In total I think I put a new record on deaths, because I must’ve died about twenty times trying to figure that guy out.  I ended up doing the run naked so that I wouldn’t loose durability on my items.  I didn’t have any souls to worry about loosing at that point so I literally just tried any stupid idea I could come up with.  That kind of thing is actually quite liberating in a game this tough.

I’m not sure which level is next for me.  I’m still pissed about loosing 15 large in souls to the boss in 4-1 (pictured above), but now that I’ve killed an “archdemon” I can access 1-3 and rescue a witch there who will sell me spells, which I need.  So maybe I’ll give that a shot.


Feb 9 2010

I hope this doesn’t become an issue…

Continuing to nurse my Demon’s Souls addiction, I sat down today with the mind to throw myself at 3-1, The Tower of Latria.  The thing about World 3 is that there are these “mind flayer” demons walking around that can completely ruin your day if you’re not careful.  Casting a spell like Anti-Magic Field makes them effectively harmless, but I don’t have that spell yet and I won’t be getting it until so late in the game that I decided I should man up and just get in there.

Then I discovered that I could kill a Mind Flayer with three Soul Arrow hits.  Of course, I had to get the drop on the beastie, which meant that I had to either move very carefully or just memorize their patrol routes, both of which are accepted strategies in this game.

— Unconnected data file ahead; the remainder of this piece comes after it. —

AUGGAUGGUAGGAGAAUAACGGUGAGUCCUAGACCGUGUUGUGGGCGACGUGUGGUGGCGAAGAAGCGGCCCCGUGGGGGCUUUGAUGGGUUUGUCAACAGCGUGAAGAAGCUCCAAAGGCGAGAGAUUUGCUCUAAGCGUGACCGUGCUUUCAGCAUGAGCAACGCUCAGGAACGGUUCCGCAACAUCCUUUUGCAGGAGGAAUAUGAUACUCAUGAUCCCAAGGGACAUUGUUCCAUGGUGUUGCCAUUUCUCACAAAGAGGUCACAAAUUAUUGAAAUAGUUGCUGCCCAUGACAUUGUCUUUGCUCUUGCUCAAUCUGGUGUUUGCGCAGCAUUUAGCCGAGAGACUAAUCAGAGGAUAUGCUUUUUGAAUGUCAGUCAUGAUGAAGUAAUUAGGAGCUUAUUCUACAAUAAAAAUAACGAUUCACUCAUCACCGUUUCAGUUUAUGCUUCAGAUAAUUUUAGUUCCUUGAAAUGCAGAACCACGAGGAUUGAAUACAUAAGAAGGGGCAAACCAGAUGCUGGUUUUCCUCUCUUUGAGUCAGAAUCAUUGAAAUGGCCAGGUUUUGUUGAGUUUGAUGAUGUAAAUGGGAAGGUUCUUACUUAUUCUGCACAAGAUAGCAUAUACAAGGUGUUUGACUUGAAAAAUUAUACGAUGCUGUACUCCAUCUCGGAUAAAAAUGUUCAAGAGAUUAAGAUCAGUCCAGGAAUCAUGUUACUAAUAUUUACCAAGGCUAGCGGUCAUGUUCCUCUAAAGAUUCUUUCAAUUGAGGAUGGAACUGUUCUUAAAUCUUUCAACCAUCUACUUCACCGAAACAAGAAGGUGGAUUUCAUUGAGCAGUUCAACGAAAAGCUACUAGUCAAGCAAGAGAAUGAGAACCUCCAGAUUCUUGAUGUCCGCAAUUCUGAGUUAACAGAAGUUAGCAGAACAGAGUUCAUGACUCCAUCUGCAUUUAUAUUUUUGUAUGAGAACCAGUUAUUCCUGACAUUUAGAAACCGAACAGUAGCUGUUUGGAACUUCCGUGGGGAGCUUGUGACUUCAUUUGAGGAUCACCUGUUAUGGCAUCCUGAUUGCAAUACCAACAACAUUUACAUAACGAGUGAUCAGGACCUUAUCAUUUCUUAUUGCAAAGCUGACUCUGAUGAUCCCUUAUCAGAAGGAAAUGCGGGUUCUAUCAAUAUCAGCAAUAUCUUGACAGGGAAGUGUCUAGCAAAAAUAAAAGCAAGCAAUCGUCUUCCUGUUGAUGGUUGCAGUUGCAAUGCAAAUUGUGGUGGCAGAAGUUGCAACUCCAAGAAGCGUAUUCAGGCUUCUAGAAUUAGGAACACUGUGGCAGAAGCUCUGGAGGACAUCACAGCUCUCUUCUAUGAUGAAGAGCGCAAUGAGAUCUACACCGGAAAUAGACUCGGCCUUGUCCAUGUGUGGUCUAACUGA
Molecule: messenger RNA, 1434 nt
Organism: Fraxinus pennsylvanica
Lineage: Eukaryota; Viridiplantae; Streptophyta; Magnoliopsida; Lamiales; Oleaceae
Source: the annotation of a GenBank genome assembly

Turns out the Tower of Latria has a few difficulties to conquer.  The first is that the level designer knew that you’d be trying to get the jump on these Mind Flayers, so he positioned them in such a way to make that incredibly difficult.  You can hear them coming from a way off, because they ring a little bell they hold, but that sound penetrates walls, so you may not necessarily be hearing one that’s actually close to you.

There are other monsters in the Tower, namely these strange, half-dead people called “Prisoners,” who are incredibly easy to kill, and don’t do much more than moan and run towards you, waving their hands in the air.  They don’t even attack you.  However: again the level designer’s insidious nature shows through, because he puts them in small packs of six or eight and then gives a few of them small daggers and a malicious attitude towards wandering adventurers.  Or hides them in a cell and has them poke out of the bars at you with long spears.

And then, for the hell of it, you run into a giant ball comprised entirely of corpses that shoots laser beams at you.  What fun!

And as if that wasn’t enough, and it never is in this game, the entire level is incredibly easy to get lost in.  Pitfalls that are hard to see in the dark will completely screw up your sense of progression.  A gigantic mechanized ballista that looks like a statue of a priestess will kill you instantly if you walk in front of it.  Although there are literally dozens of bodies in its path, scattered there as though to say: “You may prefer not to walk here just now…”

Just as you’ve cleared all that, you get the privilege of fighting an unnamed Black Phantom character on the steps leading up to a Chapel where the boss waits.  Thankfully there was enough room there so that I could resort to my patented “stab and strafe like a coward” tactic.